In 2016, Notre Dame finished with a 4-8 record that discouraged fans from the start and revealed weaknesses — often-incomprehensible defensive schemes and questions in the secondary — that previously were masked by the team’s success. The Fighting Irish were under .500 for only the 12th season in its illustrious 111-year history, with the .333 win percentage the lowest since the team went 3-9 (.250) in 2016.
However, the pain left by that season has been — for the moment, at least — deposited into the rearview mirror as the team looks to turn a corner and return to its place among the game’s elite. While there were plenty of shortcomings a season ago, many within and outside the program believe the talent on this roster to be one that can run the table come December and January.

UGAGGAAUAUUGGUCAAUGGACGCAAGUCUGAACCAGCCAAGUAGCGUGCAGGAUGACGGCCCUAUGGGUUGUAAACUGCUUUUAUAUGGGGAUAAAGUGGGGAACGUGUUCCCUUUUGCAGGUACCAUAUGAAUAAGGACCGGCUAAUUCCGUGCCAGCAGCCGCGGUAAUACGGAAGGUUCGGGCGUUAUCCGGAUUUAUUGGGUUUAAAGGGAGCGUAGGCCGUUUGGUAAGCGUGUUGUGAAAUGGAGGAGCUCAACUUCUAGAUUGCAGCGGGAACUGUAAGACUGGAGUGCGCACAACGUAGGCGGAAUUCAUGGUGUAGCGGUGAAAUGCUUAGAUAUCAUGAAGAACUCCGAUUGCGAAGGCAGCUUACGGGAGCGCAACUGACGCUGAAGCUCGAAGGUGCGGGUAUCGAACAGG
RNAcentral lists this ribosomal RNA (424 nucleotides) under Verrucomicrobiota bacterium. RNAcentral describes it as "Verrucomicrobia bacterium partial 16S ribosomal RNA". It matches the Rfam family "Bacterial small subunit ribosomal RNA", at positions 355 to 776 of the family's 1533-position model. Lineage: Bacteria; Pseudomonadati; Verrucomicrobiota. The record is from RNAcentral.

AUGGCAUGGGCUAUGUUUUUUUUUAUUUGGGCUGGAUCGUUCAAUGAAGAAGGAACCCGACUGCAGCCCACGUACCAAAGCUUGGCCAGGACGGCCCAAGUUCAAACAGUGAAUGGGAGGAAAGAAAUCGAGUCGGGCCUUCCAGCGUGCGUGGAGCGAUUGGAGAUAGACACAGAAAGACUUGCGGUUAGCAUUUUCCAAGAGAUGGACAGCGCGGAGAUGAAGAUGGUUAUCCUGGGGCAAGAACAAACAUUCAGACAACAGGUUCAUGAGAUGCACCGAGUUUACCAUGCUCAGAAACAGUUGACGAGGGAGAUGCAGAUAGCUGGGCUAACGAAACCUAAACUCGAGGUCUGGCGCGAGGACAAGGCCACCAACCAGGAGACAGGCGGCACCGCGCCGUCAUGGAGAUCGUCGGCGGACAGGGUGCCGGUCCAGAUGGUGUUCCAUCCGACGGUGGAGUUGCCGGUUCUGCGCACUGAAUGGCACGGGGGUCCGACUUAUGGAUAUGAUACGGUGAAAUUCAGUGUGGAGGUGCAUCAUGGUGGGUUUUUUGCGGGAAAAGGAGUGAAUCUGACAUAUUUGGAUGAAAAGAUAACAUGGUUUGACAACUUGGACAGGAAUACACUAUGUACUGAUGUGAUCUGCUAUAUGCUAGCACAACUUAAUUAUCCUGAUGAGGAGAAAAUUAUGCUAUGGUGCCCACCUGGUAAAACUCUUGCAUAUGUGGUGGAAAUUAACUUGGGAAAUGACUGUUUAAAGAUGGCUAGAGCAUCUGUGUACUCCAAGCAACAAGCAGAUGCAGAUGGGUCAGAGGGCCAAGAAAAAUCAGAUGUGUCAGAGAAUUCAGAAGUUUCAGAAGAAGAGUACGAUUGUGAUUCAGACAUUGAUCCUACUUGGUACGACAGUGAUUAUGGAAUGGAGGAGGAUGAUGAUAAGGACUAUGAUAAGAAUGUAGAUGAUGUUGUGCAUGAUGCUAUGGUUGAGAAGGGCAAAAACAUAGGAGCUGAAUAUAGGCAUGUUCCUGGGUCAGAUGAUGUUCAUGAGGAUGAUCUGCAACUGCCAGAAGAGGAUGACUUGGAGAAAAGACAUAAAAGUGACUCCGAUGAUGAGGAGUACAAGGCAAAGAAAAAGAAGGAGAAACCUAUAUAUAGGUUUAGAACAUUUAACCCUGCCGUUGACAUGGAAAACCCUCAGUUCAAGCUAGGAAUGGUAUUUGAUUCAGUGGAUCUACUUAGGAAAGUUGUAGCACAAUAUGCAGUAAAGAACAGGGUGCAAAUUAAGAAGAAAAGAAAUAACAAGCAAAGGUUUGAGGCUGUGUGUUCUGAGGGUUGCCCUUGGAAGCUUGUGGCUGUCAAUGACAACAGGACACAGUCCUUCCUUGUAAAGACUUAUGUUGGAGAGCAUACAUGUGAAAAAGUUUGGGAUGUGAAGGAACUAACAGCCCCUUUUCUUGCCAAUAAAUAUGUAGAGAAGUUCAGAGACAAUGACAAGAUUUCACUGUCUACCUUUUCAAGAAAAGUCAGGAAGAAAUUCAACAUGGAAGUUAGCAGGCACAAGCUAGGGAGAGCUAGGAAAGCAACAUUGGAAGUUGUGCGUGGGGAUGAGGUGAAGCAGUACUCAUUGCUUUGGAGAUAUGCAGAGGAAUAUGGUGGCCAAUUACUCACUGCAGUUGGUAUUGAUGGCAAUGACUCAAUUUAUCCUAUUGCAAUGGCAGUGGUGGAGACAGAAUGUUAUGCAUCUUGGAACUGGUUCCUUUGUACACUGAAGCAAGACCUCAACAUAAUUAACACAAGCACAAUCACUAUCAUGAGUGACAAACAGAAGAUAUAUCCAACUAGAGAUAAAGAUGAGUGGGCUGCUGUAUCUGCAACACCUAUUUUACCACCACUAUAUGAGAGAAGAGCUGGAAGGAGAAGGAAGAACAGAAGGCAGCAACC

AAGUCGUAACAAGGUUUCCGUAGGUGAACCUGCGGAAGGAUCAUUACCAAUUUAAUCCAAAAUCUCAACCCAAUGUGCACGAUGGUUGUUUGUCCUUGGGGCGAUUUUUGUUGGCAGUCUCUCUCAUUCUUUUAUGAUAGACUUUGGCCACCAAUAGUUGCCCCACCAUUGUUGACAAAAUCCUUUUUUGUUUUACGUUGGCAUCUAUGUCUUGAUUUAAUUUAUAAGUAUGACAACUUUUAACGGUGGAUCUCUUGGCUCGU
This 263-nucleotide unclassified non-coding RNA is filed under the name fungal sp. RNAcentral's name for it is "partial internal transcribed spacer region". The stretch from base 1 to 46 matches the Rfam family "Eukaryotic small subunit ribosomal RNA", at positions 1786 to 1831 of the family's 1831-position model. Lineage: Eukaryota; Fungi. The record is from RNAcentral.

This year’s College Football Playoff semifinals (Rose Bowl Game and Sugar Bowl) once again fall on New Year’s Day after a two-year hiatus during which the games were played on New Year’s Eve. This edition of the College Football Playoff semifinals sits just a day short of the 40-year anniversary of the title-clinching game (Cotton Bowl, Jan. 2, 1978) from Notre Dame’s 1977 championship season.
With that date a potential harbinger for another postseason run, here are five things that must happen for Notre Dame to smell the roses or taste the sweet sugar on its quest for its first national championship since the 1988 campaign.
5 Things That Must Happen for Notre Dame to Make the CFB Playoff
5. The Wide Receivers Continue to Improve